If race was all it takes, then people like my brother should be much better off than he is. He is working as a security guard in the US. He has never made even half of the average wage, he just showed me his W-2 and his income was under $20k for 2021. This is despite having a middle class upbringing in a solid, traditional white family. His Asian wife made more than double that in 2021, and she is a recent immigrant still acclimating to American culture and language. I know for a fact that she didn’t come to the US with any privilege, and she certainly didn’t get any since she arrived. If there was widespread systematic racism, how is this even possible? If you think this is an isolated case, it’s not — Asians on average earn more than whites in the US. I’m not denying racism exists. My wife who is Asian experienced it first hand when we lived in the US. But it didn’t come at the hands of the dominant race, instead, it came from a black lady colleague of hers who completely snubbed her during team breakouts at her employer. This is a media headline you don’t see: much of the racism and violence against Asians in the US is coming from blacks. The liberal media won’t even even mention what race the perp is (when they are black), you’ve got to dig for it — the recent case in NYC of the Asian lady who got shoved in front of an oncoming train and died is just one recent example.
Every great and deep difficulty bears in itself its own solution. It forces us to change our thinking in order to find it - Niels Bohr

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Re: Spending majority of year in Sing as a Retired Tourist?

Post by smoulder » Tue, 01 Feb 2022 10:21 am

Anecdotes vs stats. The stats show that white Americans earn more on average than any other group except for Asians.

Asians constitute less than 10 percent of the population and are also very diverse. But more importantly, the stats I found through a quick search shows that average Asian incomes have increased after the 90s and also corresponds to a large number of highly skilled immigrants coming in. The stats apparently show that the increase in the Asian American population due to skilled immigrants was quite significant. So you can see the correlation there. They weren't quite bucking the trend of racial privilege, neither disproving it - America was quite simply picking the best of the lot and that skewed the stats.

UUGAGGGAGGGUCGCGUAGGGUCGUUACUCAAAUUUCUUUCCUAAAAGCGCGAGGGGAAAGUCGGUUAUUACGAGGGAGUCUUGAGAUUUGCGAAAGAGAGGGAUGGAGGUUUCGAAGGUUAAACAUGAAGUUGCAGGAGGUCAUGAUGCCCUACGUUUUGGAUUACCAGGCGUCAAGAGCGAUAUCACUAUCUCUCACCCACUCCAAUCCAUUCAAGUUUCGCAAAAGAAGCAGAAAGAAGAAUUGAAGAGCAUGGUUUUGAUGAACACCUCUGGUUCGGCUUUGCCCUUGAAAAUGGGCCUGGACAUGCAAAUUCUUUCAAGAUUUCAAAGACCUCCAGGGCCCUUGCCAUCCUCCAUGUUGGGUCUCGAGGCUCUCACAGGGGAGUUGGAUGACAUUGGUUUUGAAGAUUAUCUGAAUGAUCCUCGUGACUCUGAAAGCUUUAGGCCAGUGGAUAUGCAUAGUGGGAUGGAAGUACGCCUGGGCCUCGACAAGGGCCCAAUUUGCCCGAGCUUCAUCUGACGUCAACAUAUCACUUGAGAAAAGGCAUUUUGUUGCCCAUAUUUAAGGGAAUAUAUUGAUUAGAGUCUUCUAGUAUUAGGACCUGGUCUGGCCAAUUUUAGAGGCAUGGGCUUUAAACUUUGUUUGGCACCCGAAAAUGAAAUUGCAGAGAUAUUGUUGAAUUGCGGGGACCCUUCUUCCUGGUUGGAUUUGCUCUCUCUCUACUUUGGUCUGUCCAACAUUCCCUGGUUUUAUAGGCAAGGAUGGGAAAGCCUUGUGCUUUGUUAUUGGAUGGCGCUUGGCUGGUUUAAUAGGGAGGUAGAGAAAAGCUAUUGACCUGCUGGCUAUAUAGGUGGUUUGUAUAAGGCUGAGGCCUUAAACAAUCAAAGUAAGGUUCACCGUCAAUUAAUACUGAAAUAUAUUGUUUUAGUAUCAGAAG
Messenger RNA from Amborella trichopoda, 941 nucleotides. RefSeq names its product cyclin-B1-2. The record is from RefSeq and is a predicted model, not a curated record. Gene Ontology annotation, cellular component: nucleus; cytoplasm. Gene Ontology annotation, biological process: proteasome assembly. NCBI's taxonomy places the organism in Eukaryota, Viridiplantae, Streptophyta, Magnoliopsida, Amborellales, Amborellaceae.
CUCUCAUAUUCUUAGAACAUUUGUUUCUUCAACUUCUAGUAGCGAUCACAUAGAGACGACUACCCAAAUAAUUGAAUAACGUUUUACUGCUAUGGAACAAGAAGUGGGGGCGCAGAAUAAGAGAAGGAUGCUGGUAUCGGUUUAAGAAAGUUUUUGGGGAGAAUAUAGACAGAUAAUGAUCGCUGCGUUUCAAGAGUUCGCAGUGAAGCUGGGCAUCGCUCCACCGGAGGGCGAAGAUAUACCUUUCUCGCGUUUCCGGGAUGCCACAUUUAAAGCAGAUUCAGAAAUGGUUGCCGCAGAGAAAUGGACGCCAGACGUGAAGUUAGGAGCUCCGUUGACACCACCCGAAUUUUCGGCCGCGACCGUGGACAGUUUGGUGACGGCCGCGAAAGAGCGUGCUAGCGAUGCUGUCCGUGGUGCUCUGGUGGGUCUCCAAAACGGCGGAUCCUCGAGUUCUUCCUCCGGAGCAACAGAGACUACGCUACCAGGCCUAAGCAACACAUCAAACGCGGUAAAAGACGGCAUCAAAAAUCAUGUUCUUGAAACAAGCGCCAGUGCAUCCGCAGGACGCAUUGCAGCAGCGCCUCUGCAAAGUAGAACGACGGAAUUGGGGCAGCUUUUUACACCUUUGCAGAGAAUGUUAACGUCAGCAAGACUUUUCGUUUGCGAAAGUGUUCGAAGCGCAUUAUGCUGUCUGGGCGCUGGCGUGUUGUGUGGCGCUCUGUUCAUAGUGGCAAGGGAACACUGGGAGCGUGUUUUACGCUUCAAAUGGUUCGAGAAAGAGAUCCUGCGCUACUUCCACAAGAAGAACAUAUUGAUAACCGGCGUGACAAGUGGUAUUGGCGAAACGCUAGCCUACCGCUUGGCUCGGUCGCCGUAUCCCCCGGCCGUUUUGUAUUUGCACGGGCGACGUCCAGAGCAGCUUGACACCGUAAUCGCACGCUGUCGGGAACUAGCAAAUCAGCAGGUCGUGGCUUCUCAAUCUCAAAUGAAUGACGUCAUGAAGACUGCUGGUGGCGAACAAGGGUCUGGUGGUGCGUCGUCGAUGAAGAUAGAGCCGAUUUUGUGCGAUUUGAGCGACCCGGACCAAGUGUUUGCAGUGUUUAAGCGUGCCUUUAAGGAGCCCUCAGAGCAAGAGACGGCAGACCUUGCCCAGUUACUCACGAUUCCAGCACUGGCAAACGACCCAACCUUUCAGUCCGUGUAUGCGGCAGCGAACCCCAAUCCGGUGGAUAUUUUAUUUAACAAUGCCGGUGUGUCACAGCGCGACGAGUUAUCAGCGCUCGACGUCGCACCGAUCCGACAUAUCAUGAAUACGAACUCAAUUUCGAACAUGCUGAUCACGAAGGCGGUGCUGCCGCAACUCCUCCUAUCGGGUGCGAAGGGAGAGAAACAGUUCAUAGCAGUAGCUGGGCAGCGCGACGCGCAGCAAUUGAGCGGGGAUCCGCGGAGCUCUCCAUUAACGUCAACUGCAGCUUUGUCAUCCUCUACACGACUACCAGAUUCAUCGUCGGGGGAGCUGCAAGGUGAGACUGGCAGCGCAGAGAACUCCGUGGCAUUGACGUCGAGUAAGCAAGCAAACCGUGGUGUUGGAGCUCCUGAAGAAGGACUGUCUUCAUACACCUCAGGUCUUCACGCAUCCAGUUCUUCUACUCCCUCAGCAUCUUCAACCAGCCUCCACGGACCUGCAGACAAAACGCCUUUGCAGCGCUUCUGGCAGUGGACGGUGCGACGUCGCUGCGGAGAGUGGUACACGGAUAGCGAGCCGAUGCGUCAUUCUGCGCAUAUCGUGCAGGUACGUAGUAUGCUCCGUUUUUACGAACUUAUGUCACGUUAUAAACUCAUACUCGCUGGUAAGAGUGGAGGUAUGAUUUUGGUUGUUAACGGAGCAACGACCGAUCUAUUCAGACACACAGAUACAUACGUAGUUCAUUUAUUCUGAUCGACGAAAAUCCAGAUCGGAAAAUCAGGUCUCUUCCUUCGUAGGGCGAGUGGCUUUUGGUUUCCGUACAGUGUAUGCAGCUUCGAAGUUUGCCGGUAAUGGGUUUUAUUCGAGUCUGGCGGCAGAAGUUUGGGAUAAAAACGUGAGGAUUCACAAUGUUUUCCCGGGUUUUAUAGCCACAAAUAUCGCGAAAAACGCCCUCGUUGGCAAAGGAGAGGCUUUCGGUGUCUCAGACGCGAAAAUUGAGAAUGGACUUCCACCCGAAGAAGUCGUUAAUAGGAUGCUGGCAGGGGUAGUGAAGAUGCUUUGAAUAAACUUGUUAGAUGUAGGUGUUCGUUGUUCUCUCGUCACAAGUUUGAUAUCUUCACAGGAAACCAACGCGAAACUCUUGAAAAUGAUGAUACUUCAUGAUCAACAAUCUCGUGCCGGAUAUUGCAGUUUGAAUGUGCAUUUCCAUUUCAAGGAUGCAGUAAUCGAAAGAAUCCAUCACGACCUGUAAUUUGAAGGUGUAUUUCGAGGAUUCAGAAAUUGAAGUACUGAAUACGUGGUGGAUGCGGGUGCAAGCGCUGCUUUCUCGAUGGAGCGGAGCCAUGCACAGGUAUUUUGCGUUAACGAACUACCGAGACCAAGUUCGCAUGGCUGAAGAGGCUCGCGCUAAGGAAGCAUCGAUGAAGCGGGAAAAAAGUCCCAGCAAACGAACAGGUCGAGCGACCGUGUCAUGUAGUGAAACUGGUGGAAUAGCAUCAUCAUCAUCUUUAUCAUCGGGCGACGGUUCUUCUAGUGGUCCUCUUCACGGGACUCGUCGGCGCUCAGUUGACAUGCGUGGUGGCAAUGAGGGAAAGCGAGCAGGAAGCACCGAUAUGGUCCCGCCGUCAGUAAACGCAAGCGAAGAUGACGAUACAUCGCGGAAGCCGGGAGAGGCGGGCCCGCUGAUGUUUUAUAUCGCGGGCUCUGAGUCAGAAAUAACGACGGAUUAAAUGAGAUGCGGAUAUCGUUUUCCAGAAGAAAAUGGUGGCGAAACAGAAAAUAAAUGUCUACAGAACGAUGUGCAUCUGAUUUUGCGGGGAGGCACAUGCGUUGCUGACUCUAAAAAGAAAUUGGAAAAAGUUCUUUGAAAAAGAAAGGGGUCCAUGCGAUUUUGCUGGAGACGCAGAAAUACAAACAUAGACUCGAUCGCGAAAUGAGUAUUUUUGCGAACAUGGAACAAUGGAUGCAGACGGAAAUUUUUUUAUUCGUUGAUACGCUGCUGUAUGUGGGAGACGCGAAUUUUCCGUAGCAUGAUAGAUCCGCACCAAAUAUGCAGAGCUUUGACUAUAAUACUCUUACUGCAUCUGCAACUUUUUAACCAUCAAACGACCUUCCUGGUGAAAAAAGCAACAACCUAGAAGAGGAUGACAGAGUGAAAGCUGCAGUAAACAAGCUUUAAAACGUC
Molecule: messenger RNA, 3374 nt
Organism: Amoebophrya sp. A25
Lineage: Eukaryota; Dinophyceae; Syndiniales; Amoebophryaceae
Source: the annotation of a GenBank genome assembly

I see a very similar trend in Singapore. The average Indian income rose from the levels they were at during the 90s until now. It overtook the average Chinese income. And it also corresponds to an influx of highly skilled immigrants fueling the tech boom. You can find the data online.

At the end of the day, there is no direct proof for or against the existence of racial privilege. However, there is plenty of indirect proof in the numbers.

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Re: Spending majority of year in Sing as a Retired Tourist?

Post by MOCHS » Tue, 01 Feb 2022 12:06 pm

This one hour video does a nice job about discussing anti-Asian hate, the “model minority” stereotype, they also cover income disparity between the Asian American population (not every Asian American is a high income earner), and also talk about Black and Asian communities (We should be allies! Not against each other)

All the issues the US has is not something that can be succinctly discussed in one post nor can it be solved in a generation.

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Re: Spending majority of year in Sing as a Retired Tourist?

Post by malcontent » Tue, 01 Feb 2022 1:34 pm

The thing that bothers me most in the US media is the lack of focus on individual responsibility… the idea that one’s lot in life is always someone else’s fault. They ignore black on black crime and pretend that the high black prison population is all due to racism. In the place I grew up in, I got to see first hand the individual choices people make that cause them to end up in prison. I had several friends of friends that went to prison, and if you got to know them, you would quickly understand why — their mentality was just warped beyond repair, and it didn’t matter the race. Some are genetically predisposed to have this mentality, others are influenced by their surroundings — it’s the old nature versus nurture. But I have never seen racism permanently limiting anyone from becoming a upstanding citizen or a success in life, at least not in the USA. The cream almost always rises to the top, no matter the race.